Thursday, March 02, 2006

Downtown New Orleans

The top of a bank building in Mardi Gras colors

Click on any picture to see it full size.

Hyatt Hotel on the left with many broken windows. The sign says, "We are With You New Orleans. Laissez les bons temps roulez encore."
On the right is the Superdome.

Costume your troubles

People on the street wear costumes along the parade route on Mardi Gras. This year, lots of people dressed as ruined refrigerators. And FEMA idiots. Two women had wig form heads attached to their bottoms and signs saying they were FEMA with their heads up their asses. Here are some of the other people on the streets waiting for the Rex parade on Mardi Gras.

"Mr. Mayor, the devil made me do it."

"Bushie, YOU did a helluva job!"

"Free refrigerator. Sir Stinks a Lot"

"Screw Fallujah. Save New Orleans"

Garbage Bra-Gade

70324 ever

Mardi Gras fabulous

Thoth Parade, bead throwers and catchers

Just some people walking down the street

Willy Wonka and the Oompa Loompas on St. Charles before the Rex parade.

Actor Josh Hartnett threw beads from a float.

Rex Parade on Tuesday

Some more people just walking down the street

A 20-foot-tall Ignatius Reilly from the Confederacy of Dunces is holding a hot dog. He was in the Rex Parade.

Hold up your hands during a parade and you can get as many beads as you ever could want.

Monday, February 27, 2006

Help Help

In and around the Fauborg-Marigny neighborhood just downriver from the French Quarter. Click on a picture to see it enlarged.

Some of the many roofers.
Blue tarp roofs everywhere.

The sign in the window says, "Hold the Corps Accountable" (that's the Army Corps of Engineers)

Sunday, February 26, 2006

What Katrina did

Today a middle-aged man shoved a big rolling bin full of supplies into the elevator. We assumed he was going to set up a party area by a parade route, but he said, no, he was leaving New Orleans and never coming back. He lost his house, his boat, half his business, and he's moving to Charlotte, N.C. "I'm getting the hell out of Dodge right now."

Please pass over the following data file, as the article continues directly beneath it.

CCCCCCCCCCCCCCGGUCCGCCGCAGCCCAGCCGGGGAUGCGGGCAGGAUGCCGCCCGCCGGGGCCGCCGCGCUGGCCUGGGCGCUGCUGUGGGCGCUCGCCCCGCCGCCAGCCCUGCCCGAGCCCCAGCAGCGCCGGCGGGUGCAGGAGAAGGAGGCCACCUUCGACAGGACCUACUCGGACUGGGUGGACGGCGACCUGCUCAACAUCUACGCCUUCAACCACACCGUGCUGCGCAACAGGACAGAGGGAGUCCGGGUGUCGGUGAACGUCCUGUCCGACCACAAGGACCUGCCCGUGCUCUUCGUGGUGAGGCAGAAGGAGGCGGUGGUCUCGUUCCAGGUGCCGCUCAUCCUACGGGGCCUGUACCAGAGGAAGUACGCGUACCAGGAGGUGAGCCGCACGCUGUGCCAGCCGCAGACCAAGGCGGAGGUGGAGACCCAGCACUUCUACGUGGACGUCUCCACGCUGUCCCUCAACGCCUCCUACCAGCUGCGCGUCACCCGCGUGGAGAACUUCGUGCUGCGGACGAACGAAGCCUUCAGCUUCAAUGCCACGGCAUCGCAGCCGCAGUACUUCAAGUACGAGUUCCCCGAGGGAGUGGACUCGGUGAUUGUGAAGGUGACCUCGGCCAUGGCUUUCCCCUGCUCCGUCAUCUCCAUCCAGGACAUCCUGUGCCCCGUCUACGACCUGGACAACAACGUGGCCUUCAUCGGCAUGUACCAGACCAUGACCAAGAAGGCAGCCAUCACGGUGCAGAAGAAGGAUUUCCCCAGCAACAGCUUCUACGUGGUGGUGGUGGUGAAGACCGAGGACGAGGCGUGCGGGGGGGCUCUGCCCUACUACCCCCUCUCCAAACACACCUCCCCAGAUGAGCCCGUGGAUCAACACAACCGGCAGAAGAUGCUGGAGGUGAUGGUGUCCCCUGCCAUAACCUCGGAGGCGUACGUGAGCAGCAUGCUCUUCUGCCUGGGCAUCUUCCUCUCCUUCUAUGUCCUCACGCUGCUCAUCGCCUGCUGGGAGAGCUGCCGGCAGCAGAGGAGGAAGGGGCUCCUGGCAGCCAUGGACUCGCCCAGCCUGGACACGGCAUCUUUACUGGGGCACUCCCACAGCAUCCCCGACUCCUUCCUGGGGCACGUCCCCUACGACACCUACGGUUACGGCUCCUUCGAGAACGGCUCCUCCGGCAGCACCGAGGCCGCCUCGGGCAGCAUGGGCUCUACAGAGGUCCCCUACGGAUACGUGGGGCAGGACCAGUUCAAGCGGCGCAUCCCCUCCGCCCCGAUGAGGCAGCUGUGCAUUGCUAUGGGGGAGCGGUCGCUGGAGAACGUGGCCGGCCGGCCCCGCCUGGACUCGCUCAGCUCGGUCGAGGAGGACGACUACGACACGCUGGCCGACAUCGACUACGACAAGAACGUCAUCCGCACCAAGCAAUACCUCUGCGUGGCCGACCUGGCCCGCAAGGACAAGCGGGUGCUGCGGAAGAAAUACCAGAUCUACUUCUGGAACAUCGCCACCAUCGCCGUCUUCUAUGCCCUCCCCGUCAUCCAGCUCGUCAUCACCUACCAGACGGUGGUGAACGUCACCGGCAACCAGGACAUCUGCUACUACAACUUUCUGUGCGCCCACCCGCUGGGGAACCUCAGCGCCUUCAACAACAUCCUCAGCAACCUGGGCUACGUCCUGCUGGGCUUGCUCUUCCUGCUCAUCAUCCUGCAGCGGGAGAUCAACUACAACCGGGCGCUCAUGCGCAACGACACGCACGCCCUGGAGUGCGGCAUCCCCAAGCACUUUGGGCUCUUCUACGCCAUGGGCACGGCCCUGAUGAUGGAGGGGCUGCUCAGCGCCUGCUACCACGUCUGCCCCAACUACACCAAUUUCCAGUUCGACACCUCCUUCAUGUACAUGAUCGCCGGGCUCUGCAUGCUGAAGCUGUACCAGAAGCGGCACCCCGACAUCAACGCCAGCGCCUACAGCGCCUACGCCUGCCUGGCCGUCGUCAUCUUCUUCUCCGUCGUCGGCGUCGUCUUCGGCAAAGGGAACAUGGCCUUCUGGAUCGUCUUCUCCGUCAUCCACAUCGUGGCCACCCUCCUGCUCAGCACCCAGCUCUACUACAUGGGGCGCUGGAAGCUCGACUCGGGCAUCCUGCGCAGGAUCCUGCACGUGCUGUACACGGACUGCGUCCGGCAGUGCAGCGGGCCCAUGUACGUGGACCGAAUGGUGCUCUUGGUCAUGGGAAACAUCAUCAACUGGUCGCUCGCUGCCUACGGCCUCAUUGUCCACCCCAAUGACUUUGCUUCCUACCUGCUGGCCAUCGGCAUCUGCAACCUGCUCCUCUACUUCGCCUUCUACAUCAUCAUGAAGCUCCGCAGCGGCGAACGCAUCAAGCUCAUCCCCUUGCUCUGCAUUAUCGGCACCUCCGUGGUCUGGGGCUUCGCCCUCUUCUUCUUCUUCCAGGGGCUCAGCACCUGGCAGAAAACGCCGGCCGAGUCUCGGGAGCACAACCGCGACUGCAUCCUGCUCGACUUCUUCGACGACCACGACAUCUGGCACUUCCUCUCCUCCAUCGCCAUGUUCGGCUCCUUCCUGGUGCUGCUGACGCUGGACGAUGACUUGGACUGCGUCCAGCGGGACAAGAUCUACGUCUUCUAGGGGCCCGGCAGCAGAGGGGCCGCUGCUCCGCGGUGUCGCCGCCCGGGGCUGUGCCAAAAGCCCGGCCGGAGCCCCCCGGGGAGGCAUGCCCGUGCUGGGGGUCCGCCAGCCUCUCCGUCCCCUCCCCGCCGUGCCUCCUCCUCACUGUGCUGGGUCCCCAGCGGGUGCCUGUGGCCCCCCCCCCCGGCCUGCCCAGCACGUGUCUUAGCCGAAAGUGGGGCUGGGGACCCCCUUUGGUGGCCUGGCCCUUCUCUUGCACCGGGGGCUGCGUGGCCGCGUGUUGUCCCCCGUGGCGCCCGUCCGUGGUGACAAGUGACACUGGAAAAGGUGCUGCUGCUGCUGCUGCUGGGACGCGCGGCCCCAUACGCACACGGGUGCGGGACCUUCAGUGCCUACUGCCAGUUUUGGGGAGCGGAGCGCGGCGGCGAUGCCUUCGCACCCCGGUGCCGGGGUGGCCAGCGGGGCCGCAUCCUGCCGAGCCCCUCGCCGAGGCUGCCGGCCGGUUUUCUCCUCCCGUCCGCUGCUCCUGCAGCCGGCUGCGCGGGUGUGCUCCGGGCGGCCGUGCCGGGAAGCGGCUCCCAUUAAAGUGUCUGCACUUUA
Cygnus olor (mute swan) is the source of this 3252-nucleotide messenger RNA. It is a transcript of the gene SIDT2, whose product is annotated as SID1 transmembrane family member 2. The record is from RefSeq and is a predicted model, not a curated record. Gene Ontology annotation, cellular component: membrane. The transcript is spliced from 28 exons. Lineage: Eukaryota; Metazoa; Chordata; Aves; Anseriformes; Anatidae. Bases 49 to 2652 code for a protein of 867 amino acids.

Friday, a manager of the Cotton Exchange Hotel downtown, a young black man, talked to us when we took refuge from the rain under the awning. He said he's a native of the city. He and his wife and kids evacuated to Milwaukee for the storm. He didn't like it much. Too many rules. The example he gave was that he got two tickets for not wearing seat belts. He couldn't believe how happy he was to come back to work. But he has to live in Baton Rouge, an hour away, because his home is gone and the rents are so high.

A waitress at the Cafe duMonde, who was Asian and spoke with an Asian/deep South accent, said she lived across the river and had 11 people including 7 adults living in her house because relatives had become homeless during the storm. She has one of the blue roofs--a plastic tarp--they're everywhere.

The manager A Gallery for Fine Photography, a beautiful store full of historic photos, said the gallery and his apartment, both in the French Quarter, did not get flooded. He evacuated to Tampa just hours ahead of the hurricane. It took 27 hours to get there (I think he said it should have been about a 10 hour drive). The towns they drove through were flattened a few hours after they went through. When he got back to New Orleans three weeks later, he was amazed that his electricity was back on and he was thrilled to have air conditioning in the 100 degree heat. But mold had already eaten completely through one of his valuable photos hanging on the wall. The smell everywhere was just terrible. The discarded refrigerators drew flies and smelled so bad that people would throw up just walking by. No one picked up the discarded stinking appliances for a long time.
Saturday night, a quiet block from the very raucous, beer-soaked, bead-paved Bourbon Street, a young man stood against a wall with a big wooden cross leaning on his shoulder--one of the street preachers taking a break. He was talking on a cell phone. We overheard: "I tried to call you earlier. I'm out with the cross now."

Laissez les bon temps roulez.

Uptown New Orleans Sunday afternoon

Click on any picture to see it enlarged.

This is a picture of a couple of fellows on their way to the Thoth parade.

Magazine Street Uptown. The woman on the steps says it is her brother's house, and it only had a little roof damage.

Dubloon man

Saturday, February 25, 2006

The Quarter Saturday

Blue roofs

There are blue tarp roofs all over town.

Don't Miss New Orleans

We're in New Orleans for Mardi Gras. Visiting an old friend in time of trouble. Here's how she's doing at least from our perspective of a few hours as tourists.

The cat's on a balcony in the Quarter decorated with Mardi Gras garlands.

Post-hurricane t-shirts are sold amongst the usual New Orleans souvenirs. Miriam models hers.

Bourbon Street is still filled with dancing, bead-flinging and drinking.

There were three parades. D'etat used their floats to comment on recent events.

These guys' banner says FEMA on one side and DEMA on the other: Dictators Emergency Management Agency.

This is the Adjuster float

The "Who Dropped It?" Float.

My website, Pat Arnow's Poltical and Personal,
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Hermes parade